11/12/2018

Who is a drink drug driver?

 

More than 350 men failed a roadside breath test this year and fails by those aged 51-60 have doubled in the Cleveland area since 2016.

Police are sharing numbers of failed breath tests this year to date in a bid to highlight how widespread the problem of drink drug driving remains.

This year police have launched a campaign with the hashtag #noemptychair, which reminds people that drink drug driving kills.

The campaign states ‘Pain is an empty chair’ and reminds people not to be the reason why someone’s loved one is not at the Christmas table, Christmas party or festive get together this year.

Inspector Darren Breslin from Cleveland and Durham Specialist Operations Unit, which is responsible for roads policing, said: “Everyone says that drink drug driving is unacceptable but these numbers show that people’s husbands, sons and brothers are still doing it.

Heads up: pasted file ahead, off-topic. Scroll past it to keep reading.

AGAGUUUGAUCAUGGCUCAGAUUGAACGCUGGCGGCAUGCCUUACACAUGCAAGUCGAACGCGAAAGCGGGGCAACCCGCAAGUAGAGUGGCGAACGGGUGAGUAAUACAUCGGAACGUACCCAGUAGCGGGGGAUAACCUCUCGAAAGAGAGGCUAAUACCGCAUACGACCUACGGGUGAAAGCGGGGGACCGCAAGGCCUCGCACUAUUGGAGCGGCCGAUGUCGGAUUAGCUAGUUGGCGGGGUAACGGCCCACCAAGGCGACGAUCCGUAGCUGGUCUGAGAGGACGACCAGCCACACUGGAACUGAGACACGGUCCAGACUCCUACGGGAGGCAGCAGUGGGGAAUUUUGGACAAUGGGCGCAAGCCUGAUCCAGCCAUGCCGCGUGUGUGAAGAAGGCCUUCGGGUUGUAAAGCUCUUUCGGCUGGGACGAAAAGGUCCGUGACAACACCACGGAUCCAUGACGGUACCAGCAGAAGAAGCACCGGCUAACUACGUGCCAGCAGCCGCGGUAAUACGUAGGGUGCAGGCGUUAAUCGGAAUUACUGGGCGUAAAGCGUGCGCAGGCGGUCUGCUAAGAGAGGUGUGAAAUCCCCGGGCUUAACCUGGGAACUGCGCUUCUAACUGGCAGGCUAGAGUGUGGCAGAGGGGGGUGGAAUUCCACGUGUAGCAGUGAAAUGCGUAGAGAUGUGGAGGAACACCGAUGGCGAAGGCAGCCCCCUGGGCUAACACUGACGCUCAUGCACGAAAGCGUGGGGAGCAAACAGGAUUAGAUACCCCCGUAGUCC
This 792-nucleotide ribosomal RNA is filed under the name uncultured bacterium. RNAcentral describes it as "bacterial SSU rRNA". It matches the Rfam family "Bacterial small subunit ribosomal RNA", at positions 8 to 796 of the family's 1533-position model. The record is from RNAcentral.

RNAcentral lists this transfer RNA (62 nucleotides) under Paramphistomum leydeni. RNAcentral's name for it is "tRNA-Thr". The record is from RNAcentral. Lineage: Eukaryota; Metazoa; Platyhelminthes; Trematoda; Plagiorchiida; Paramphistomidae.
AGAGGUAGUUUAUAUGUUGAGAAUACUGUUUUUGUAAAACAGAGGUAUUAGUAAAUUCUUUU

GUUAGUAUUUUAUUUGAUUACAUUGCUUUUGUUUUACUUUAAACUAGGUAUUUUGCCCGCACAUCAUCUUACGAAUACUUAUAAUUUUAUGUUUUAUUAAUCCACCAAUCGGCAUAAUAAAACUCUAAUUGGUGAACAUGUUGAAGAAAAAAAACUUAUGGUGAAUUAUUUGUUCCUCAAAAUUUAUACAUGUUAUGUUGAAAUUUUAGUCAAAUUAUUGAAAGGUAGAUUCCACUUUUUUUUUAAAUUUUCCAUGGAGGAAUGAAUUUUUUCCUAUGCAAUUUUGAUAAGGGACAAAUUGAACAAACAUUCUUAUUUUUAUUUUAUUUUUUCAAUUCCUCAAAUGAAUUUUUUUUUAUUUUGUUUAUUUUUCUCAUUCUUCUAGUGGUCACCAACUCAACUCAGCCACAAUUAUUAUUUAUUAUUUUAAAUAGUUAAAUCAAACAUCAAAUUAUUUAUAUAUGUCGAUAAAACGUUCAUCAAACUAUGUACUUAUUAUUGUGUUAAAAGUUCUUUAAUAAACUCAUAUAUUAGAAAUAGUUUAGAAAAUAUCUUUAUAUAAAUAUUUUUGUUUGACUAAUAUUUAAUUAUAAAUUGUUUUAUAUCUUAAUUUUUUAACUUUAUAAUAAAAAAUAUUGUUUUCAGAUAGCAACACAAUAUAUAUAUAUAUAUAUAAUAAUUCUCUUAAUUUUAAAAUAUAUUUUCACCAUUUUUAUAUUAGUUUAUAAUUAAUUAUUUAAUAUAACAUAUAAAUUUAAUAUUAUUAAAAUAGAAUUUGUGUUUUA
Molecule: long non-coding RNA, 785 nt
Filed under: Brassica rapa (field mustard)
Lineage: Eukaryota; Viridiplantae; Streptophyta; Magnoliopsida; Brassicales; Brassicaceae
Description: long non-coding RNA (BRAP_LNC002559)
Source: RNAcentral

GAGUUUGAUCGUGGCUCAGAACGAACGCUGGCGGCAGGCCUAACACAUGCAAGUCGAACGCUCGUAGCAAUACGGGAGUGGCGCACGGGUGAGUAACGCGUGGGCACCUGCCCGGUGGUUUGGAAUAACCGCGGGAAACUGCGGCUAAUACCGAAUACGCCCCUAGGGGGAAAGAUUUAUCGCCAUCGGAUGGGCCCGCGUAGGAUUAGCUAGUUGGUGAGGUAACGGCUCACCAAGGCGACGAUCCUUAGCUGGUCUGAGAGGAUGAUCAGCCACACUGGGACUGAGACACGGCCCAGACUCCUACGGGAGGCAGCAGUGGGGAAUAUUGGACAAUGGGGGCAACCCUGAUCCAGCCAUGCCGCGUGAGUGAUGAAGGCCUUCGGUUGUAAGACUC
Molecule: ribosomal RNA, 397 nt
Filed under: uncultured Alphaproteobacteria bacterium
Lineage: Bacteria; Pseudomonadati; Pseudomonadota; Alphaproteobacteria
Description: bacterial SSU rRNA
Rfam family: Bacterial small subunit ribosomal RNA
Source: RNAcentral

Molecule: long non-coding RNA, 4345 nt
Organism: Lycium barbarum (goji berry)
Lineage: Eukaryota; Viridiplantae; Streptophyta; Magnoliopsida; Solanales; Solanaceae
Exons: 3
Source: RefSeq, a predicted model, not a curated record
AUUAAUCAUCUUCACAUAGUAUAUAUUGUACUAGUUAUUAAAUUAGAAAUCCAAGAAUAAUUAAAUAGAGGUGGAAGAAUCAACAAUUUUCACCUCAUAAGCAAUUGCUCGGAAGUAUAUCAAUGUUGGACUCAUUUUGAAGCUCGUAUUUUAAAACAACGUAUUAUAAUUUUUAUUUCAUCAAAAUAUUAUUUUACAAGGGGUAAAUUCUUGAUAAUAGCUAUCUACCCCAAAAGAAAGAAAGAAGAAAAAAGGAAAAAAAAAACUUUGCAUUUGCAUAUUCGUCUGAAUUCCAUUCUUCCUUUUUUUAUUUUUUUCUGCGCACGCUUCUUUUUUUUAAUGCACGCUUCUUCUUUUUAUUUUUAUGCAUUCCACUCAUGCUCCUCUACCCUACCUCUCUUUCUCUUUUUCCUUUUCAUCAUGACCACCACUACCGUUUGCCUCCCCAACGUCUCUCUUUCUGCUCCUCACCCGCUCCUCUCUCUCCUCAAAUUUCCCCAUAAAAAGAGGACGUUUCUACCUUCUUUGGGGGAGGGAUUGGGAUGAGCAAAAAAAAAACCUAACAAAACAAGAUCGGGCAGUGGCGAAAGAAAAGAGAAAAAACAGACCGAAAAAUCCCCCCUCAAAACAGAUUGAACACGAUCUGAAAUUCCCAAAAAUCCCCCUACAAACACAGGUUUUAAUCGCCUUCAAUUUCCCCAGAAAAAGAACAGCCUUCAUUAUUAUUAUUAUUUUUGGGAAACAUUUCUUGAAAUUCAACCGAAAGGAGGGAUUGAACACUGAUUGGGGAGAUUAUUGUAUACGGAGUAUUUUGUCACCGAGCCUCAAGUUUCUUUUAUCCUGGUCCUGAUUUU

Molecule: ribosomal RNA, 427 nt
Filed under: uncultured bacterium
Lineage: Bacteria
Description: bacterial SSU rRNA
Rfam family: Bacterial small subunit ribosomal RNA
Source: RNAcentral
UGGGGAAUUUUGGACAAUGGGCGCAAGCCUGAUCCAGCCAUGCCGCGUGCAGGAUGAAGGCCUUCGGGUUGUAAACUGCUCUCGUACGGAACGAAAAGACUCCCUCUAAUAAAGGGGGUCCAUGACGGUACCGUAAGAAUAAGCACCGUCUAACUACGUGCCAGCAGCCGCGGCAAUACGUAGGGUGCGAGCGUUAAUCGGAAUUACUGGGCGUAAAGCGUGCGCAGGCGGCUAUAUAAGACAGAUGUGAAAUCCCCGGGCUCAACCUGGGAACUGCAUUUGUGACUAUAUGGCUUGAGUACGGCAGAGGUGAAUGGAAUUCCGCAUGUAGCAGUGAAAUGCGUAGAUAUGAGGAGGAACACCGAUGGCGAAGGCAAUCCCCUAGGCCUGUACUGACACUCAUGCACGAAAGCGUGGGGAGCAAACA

“So far this year 385 men have failed a breath test in comparison to 89 women. But it’s not just men or younger drivers – this is something that men and women are doing across all ages, with increases in the older age groups.

“Our message is clear, the consequences of getting behind the wheel could be an empty chair in someone’s home this Christmas. Drink drug driving kills and wrecks lives. It’s simply inexcusable.”

Latest available figures for the Cleveland area, up to October 2018, show that more men fail breath tests than women. Of the 476 tests failed to date in the Force area, 81 per cent were failed by men (385) and 19 per cent by women (89). [*See footnote]

Men aged between 18 and 30 failed the most tests (151) followed by men aged 31 to 40 (102).

The majority of women who failed a breath test were also in the 18-30 or 31-40 age groups.

In 2016 just 6 per cent of fails were people aged 51-60 and in the last few years this has doubled to 12 per cent.

Numbers of failed breath tests have also increased from 2017 when 369 fails were recorded for the whole year. To date 2018 has already exceeded this total.

Weekends remain the peak time for people to fail breath tests. The majority of illegal readings are recorded between 9pm and 3am.

Footnote: The discrepancy is due to breath tests where gender was not stated.